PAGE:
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I haven't had much luck finding coarser blades than 14tpi either. <sigh>

Not knowing what kind of "chop saw" you have, I think wood workers call their version a "Miter saw". MY concern is what metal dust and chips might do to the motor and how hard it's going to have to work. Springs will harden cut with a composition blade. This isn't so important seeing as the composition blade is an abrasive and grinds through. The problem this CAN cause being the harder the steel the slower it cuts and the slower it cuts the more soak time the heat has to harden the steel ahead of the blade.

Still it'll cut steel but I don't know what it's going to do to your saw. Hopefully the cuttings will be directed away from the motor, only idiot designers don't design the saws to. Then is how hard is the motor going to have to work. Listen to it, it should slow down and sound like it's working but you don't want to lug it too much or it's going to overheat. If it trips a circuit breaker you're pushing it WAY too hard. You want to feed it as quickly as the motor will comfortably take to limit how much hardened steel it has to cut.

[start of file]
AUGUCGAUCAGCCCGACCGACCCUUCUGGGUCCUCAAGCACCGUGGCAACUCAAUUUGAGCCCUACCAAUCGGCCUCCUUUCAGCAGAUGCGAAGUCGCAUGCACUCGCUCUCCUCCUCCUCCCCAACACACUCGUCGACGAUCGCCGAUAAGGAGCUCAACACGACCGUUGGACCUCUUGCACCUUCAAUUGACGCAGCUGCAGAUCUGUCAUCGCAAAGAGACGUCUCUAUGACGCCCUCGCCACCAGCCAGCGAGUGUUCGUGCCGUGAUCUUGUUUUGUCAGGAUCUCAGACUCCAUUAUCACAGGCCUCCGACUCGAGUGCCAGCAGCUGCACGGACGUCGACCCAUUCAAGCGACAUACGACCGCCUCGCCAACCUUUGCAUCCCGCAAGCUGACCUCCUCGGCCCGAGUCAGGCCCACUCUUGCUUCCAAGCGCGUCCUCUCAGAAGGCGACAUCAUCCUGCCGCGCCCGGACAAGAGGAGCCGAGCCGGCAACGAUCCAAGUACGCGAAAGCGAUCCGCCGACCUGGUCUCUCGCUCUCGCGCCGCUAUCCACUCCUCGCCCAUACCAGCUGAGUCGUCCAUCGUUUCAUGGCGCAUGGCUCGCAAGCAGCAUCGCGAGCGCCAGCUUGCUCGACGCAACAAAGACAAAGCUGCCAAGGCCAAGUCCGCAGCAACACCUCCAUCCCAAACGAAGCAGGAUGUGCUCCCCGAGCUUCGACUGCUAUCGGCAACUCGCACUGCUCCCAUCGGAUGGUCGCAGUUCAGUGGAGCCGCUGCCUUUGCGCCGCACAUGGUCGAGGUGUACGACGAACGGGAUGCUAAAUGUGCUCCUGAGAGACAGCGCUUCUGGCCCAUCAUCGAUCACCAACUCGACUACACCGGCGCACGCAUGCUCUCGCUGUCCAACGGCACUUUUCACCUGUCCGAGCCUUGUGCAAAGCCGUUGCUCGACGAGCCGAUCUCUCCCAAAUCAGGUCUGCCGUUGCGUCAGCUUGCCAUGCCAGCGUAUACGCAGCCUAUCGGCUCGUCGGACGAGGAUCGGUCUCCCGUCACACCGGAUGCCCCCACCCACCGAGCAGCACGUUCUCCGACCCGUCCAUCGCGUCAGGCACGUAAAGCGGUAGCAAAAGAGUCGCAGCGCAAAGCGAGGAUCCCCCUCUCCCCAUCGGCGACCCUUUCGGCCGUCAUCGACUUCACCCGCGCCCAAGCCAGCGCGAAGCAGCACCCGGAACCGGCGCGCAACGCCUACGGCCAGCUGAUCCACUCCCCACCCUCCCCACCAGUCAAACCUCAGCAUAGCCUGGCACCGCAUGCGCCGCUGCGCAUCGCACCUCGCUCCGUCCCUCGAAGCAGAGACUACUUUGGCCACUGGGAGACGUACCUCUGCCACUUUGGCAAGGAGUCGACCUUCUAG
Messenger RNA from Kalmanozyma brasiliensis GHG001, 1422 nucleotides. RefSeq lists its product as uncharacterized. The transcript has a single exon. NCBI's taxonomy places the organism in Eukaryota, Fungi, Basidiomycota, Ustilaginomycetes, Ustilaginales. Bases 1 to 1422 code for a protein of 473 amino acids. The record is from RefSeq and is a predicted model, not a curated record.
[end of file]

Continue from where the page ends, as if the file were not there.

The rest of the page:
I really wish I could just show you but this is what we have. . . words on a screen.

Frosty The Lucky.

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I agree on the hacksaw blades, to get a corser blade you have to buy a metal cutting band saw blade, cut it up to lenght and punch holes in the ends. TP uses a specialty punch, i use a home built on, 1 took a peice of 3/4" square spring stock (from a mudflap bracket) I drilled the aproriate size hole thtew it and then cut a slot with a hacksaw. I then use a old drill bit backwards as a punch. Heat treat is needed and grinding the end of the drill may be necisary